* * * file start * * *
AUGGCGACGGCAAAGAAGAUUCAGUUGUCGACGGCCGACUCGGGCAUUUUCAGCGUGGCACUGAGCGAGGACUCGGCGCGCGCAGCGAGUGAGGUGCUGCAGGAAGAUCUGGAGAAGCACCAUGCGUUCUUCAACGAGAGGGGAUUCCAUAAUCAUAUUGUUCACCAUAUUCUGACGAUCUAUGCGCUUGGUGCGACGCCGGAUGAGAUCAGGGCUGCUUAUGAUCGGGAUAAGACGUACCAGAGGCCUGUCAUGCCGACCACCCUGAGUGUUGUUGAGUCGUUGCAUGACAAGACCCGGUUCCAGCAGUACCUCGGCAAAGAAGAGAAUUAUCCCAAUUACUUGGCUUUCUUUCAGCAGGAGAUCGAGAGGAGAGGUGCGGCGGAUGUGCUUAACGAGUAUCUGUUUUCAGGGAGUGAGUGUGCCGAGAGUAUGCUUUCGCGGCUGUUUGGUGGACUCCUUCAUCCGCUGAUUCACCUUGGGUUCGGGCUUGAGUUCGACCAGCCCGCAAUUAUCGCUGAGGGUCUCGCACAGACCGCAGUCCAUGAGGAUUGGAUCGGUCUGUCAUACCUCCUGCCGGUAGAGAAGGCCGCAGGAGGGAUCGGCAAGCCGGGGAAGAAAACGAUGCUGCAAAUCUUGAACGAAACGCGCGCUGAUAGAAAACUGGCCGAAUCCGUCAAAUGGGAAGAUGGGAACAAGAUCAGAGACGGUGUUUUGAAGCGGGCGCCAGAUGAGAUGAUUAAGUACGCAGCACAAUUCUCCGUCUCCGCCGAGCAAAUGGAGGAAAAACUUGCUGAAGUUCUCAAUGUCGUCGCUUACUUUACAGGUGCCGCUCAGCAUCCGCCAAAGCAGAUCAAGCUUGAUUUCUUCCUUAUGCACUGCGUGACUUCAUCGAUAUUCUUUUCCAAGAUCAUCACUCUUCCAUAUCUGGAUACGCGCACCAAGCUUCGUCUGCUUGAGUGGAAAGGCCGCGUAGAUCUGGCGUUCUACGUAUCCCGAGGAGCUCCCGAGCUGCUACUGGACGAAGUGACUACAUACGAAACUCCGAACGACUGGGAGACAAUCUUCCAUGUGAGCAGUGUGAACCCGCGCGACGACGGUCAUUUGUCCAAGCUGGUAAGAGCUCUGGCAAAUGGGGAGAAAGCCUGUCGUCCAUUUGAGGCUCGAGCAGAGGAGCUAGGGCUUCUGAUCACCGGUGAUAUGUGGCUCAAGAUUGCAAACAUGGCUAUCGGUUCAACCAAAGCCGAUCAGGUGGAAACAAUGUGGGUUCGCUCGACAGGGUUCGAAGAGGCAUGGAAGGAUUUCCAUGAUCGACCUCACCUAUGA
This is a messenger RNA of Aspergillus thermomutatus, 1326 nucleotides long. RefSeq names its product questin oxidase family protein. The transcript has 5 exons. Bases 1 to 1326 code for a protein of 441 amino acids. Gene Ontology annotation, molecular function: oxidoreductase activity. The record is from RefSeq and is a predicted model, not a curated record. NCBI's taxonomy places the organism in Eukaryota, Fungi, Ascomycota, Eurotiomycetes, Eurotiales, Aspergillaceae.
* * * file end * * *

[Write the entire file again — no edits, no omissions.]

AUGGCGACGGCAAAGAAGAUUCAGUUGUCGACGGCCGACUCGGGCAUUUUCAGCGUGGCACUGAGCGAGGACUCGGCGCGCGCAGCGAGUGAGGUGCUGCAGGAAGAUCUGGAGAAGCACCAUGCGUUCUUCAACGAGAGGGGAUUCCAUAAUCAUAUUGUUCACCAUAUUCUGACGAUCUAUGCGCUUGGUGCGACGCCGGAUGAGAUCAGGGCUGCUUAUGAUCGGGAUAAGACGUACCAGAGGCCUGUCAUGCCGACCACCCUGAGUGUUGUUGAGUCGUUGCAUGACAAGACCCGGUUCCAGCAGUACCUCGGCAAAGAAGAGAAUUAUCCCAAUUACUUGGCUUUCUUUCAGCAGGAGAUCGAGAGGAGAGGUGCGGCGGAUGUGCUUAACGAGUAUCUGUUUUCAGGGAGUGAGUGUGCCGAGAGUAUGCUUUCGCGGCUGUUUGGUGGACUCCUUCAUCCGCUGAUUCACCUUGGGUUCGGGCUUGAGUUCGACCAGCCCGCAAUUAUCGCUGAGGGUCUCGCACAGACCGCAGUCCAUGAGGAUUGGAUCGGUCUGUCAUACCUCCUGCCGGUAGAGAAGGCCGCAGGAGGGAUCGGCAAGCCGGGGAAGAAAACGAUGCUGCAAAUCUUGAACGAAACGCGCGCUGAUAGAAAACUGGCCGAAUCCGUCAAAUGGGAAGAUGGGAACAAGAUCAGAGACGGUGUUUUGAAGCGGGCGCCAGAUGAGAUGAUUAAGUACGCAGCACAAUUCUCCGUCUCCGCCGAGCAAAUGGAGGAAAAACUUGCUGAAGUUCUCAAUGUCGUCGCUUACUUUACAGGUGCCGCUCAGCAUCCGCCAAAGCAGAUCAAGCUUGAUUUCUUCCUUAUGCACUGCGUGACUUCAUCGAUAUUCUUUUCCAAGAUCAUCACUCUUCCAUAUCUGGAUACGCGCACCAAGCUUCGUCUGCUUGAGUGGAAAGGCCGCGUAGAUCUGGCGUUCUACGUAUCCCGAGGAGCUCCCGAGCUGCUACUGGACGAAGUGACUACAUACGAAACUCCGAACGACUGGGAGACAAUCUUCCAUGUGAGCAGUGUGAACCCGCGCGACGACGGUCAUUUGUCCAAGCUGGUAAGAGCUCUGGCAAAUGGGGAGAAAGCCUGUCGUCCAUUUGAGGCUCGAGCAGAGGAGCUAGGGCUUCUGAUCACCGGUGAUAUGUGGCUCAAGAUUGCAAACAUGGCUAUCGGUUCAACCAAAGCCGAUCAGGUGGAAACAAUGUGGGUUCGCUCGACAGGGUUCGAAGAGGCAUGGAAGGAUUUCCAUGAUCGACCUCACCUAUGA
This is a messenger RNA of Aspergillus thermomutatus, 1326 nucleotides long. RefSeq names its product questin oxidase family protein. The transcript has 5 exons. Bases 1 to 1326 code for a protein of 441 amino acids. Gene Ontology annotation, molecular function: oxidoreductase activity. The record is from RefSeq and is a predicted model, not a curated record. NCBI's taxonomy places the organism in Eukaryota, Fungi, Ascomycota, Eurotiomycetes, Eurotiales, Aspergillaceae.